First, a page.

Wendell Anderson and his Minnesota Miracle had their high water mark. Redistributionist thinking wasn't really drastic at the time. Today it seems to be viewed as incendiary by many.
Unless the worm is about to turn. The polls are starting to smile on Minnesota Democratic gubernatorial candidate Mark Dayton. Dayton's campaign rings of populism.
Republicans in the 1970s could have worn Darth Vader costumes on most college campuses. Even through all this, Americans, even college students, had a vague suspicion that it wasn't working (i.e. the Democratic agenda). In 1980 we had "morning in America" with Ronald Reagan's election.
We might forget that Reagan made a strong bid to win the Republican nomination in 1976. We can wonder what might have been if Reagan had wrested that nomination from Gerald Ford, who had developed that "caretaker" image as president.
I remember watching coverage of that 1976 Republican convention and shaking my head at people wearing Gerald Ford hats, standing on their chairs and clapping as their candidate inched forward, and thinking: "You're gonna lose (to the Dems), guys."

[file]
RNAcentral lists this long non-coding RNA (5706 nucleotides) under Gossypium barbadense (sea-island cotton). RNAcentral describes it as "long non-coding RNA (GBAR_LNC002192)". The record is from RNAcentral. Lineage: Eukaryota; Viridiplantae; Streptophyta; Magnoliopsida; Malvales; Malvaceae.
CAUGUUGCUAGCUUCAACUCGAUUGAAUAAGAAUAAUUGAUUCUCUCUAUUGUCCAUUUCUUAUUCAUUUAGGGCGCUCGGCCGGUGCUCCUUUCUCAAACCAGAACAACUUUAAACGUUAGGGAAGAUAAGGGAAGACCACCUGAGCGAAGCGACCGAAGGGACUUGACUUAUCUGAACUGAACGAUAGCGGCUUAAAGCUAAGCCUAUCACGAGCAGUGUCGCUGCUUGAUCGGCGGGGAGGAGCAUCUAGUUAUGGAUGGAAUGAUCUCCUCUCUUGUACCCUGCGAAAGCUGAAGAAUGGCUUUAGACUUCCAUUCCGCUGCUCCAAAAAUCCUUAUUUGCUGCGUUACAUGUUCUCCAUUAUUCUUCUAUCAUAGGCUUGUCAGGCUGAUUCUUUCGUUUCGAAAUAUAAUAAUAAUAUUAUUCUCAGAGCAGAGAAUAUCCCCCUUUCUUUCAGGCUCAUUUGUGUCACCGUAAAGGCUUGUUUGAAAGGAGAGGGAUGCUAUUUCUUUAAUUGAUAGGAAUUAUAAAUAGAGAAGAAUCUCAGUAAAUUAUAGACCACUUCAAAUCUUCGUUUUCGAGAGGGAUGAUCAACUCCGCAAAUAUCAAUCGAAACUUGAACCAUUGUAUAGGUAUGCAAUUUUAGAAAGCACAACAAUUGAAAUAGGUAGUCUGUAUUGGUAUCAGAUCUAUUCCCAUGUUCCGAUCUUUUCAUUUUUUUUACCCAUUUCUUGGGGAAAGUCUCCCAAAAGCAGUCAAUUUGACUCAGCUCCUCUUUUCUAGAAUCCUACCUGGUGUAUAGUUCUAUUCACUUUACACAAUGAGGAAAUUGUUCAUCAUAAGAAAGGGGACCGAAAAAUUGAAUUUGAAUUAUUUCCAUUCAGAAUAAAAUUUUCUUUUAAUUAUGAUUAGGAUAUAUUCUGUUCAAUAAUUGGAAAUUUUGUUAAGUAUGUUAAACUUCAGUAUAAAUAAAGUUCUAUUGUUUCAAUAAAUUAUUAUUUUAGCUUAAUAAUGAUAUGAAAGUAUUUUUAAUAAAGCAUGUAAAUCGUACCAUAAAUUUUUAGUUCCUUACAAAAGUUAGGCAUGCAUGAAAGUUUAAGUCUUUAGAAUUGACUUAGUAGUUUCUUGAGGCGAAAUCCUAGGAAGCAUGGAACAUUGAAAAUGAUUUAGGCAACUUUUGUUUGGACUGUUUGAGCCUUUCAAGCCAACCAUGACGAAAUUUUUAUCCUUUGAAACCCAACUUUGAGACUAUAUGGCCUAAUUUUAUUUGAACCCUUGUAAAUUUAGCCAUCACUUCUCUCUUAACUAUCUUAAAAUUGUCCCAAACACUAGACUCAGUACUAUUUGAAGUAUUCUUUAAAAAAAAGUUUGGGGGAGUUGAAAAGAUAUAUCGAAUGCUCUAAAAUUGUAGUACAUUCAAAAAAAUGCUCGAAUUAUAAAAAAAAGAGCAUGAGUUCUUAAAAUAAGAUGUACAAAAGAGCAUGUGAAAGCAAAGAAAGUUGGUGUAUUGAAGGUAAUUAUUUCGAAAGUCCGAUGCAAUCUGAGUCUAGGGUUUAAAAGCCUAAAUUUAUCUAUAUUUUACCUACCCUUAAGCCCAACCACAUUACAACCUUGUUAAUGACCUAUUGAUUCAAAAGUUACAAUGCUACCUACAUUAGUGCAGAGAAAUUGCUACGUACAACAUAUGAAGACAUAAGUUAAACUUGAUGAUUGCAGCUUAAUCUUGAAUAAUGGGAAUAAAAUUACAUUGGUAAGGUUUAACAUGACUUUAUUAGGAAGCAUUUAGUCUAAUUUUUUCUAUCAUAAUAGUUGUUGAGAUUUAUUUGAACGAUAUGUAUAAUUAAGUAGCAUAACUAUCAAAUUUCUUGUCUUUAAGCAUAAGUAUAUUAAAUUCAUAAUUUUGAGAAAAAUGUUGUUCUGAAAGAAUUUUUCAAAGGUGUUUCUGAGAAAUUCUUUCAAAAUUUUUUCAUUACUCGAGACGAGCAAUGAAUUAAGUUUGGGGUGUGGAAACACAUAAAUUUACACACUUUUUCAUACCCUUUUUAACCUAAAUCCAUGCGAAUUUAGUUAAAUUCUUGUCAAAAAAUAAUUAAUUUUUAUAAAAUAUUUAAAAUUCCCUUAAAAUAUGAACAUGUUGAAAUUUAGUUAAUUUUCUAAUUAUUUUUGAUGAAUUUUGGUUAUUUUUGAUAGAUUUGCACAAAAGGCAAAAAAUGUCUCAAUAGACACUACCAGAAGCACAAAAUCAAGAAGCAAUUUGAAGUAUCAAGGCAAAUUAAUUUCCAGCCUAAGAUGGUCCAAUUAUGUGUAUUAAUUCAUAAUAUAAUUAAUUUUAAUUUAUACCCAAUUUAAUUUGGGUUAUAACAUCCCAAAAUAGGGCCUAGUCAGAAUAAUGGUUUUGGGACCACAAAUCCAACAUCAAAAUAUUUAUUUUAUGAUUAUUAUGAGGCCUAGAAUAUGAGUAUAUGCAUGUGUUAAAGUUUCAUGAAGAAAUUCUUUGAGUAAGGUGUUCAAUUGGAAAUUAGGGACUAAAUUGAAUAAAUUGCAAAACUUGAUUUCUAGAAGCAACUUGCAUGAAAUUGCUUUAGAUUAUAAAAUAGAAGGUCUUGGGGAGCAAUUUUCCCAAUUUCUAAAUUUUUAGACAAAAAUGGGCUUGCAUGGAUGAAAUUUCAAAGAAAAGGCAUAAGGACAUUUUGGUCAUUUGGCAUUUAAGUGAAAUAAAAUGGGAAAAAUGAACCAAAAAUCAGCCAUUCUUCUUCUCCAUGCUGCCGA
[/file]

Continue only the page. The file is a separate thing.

Ford was a father figure who oozed sincerity but he didn't have the firepower to defeat the peanut farmer from Plains, Georgia. Carter could seize on the "change" argument after so much bad stuff under Republican presidents.
I probably wouldn't have voted for Reagan in 1976 had he gotten the nod. I was in the midst of my college years and voting Republican just seemed unpalatable in the environment that surrounded me.
Looking back, I'm intrigued at the "what might have been" if Reagan slipped past Ford and went on to confront Carter. The Republicans might have been wise to roll the dice with committed conservative and proven executive Reagan, to see if America was truly ready for a president of his stripes.
Was it "morning" yet? Or was 1980 ordained as the magic year to do a fresh and sympathetic assessment of conservatism?